So, as time went on, what we didn't know from Jeffrey is, is all the different things that were, were falling apart for him in his life. But at this time, Jeffrey came to the VA for his doctor's appointments. When the doctors got tied up and had to cancel, his mom had dropped him off, and he couldn't see any of the doctors. So he wandered around, he went down to the pool, and Charlie was in there with everybody. Charlie kept trying to tell him to come in, come in. And Jeffrey wanted to argue and you know, Charlie is six foot two or three, 300 plus pounds. He's a big man. He finally had it with Jeffrey and he got him by the shirt and yanked him out of the chair. And in the pool, they went. Clothes off, and you name it, everything happened. He strapped the gear on him, he got him in, he took him down. After an hour and a half, you know, he's in his street clothes. Everything. Jeffrey came up and said, "I can't believe I've waited this long and I haven't done this." And it changed his life. Right there on the spot.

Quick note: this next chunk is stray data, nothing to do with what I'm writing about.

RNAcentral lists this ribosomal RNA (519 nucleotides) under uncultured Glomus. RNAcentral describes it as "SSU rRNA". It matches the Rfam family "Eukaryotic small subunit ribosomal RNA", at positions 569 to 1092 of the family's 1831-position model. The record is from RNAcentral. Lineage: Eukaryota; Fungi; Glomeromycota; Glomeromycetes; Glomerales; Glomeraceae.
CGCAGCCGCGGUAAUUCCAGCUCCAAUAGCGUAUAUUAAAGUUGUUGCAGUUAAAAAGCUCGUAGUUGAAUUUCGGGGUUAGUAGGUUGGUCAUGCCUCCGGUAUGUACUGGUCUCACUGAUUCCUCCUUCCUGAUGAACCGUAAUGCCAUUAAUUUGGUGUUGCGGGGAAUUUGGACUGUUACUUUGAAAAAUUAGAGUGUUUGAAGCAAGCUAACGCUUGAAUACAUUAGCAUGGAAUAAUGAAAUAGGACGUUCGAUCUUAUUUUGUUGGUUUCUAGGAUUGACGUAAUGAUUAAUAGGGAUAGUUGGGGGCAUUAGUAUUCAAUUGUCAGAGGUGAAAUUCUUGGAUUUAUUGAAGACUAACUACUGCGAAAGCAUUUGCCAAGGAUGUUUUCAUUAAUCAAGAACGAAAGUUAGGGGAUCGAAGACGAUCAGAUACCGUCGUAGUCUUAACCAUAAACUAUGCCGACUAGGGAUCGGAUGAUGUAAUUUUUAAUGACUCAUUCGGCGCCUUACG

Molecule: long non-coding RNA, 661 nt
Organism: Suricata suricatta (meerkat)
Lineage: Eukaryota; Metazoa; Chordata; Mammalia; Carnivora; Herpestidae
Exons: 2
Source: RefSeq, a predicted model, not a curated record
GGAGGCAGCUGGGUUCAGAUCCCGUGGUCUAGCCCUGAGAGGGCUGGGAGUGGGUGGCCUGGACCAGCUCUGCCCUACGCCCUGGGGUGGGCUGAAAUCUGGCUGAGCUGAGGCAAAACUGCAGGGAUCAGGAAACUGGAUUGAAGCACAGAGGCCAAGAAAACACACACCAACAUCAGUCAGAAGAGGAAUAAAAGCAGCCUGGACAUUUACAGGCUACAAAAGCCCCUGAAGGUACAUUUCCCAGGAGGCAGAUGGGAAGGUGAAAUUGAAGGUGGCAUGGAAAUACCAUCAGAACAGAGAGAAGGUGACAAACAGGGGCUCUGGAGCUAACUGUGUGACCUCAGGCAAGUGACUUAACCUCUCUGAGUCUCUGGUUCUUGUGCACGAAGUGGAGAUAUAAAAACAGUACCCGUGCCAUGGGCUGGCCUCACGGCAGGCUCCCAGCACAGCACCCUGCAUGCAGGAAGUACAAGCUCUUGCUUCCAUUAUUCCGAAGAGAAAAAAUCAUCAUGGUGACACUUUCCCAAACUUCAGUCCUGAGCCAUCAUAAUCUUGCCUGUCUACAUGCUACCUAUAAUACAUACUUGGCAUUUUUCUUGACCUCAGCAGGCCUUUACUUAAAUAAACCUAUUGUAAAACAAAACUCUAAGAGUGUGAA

So fast forward, probably six months, we were at an event. They'd asked us to bring one of our representatives from LifeWaters. So Jeffrey came with us. And Jeffrey got up there and spoke. And he told the whole story of everything and what I just told you. But what Charlie and I didn't know that he dropped on the whole crowd at the next minute was that Jeffrey had made up his mind to take his life. He couldn't live anymore. That Thursday that Charlie took him in the water was two days before he had made up his mind. On Saturday, he was going to end it. He just didn't know how to do it without putting his parents through any more pain that they've already been in. The time he ended up in the pool with Charlie changed everything. So he started to rebound. He started getting his life moving forward. He got involved with some different businesses. And then he now owns a shirt company making shirts. He runs the machines. He does it all, it's growing. He is thriving, and in an incredible relationship with a very wonderful, nice young lady. I've watched what's happened, there's been a lot of people who have touched my life through this thing, through all my business over the years, but Jeffrey has a special place in my heart. Because I watched him and I know, as I tell people, our goal was to help people. And if you save one person, we've met our mission. But there's, there's been others like Jeffrey, but Jeffrey was as close to my heart as can get.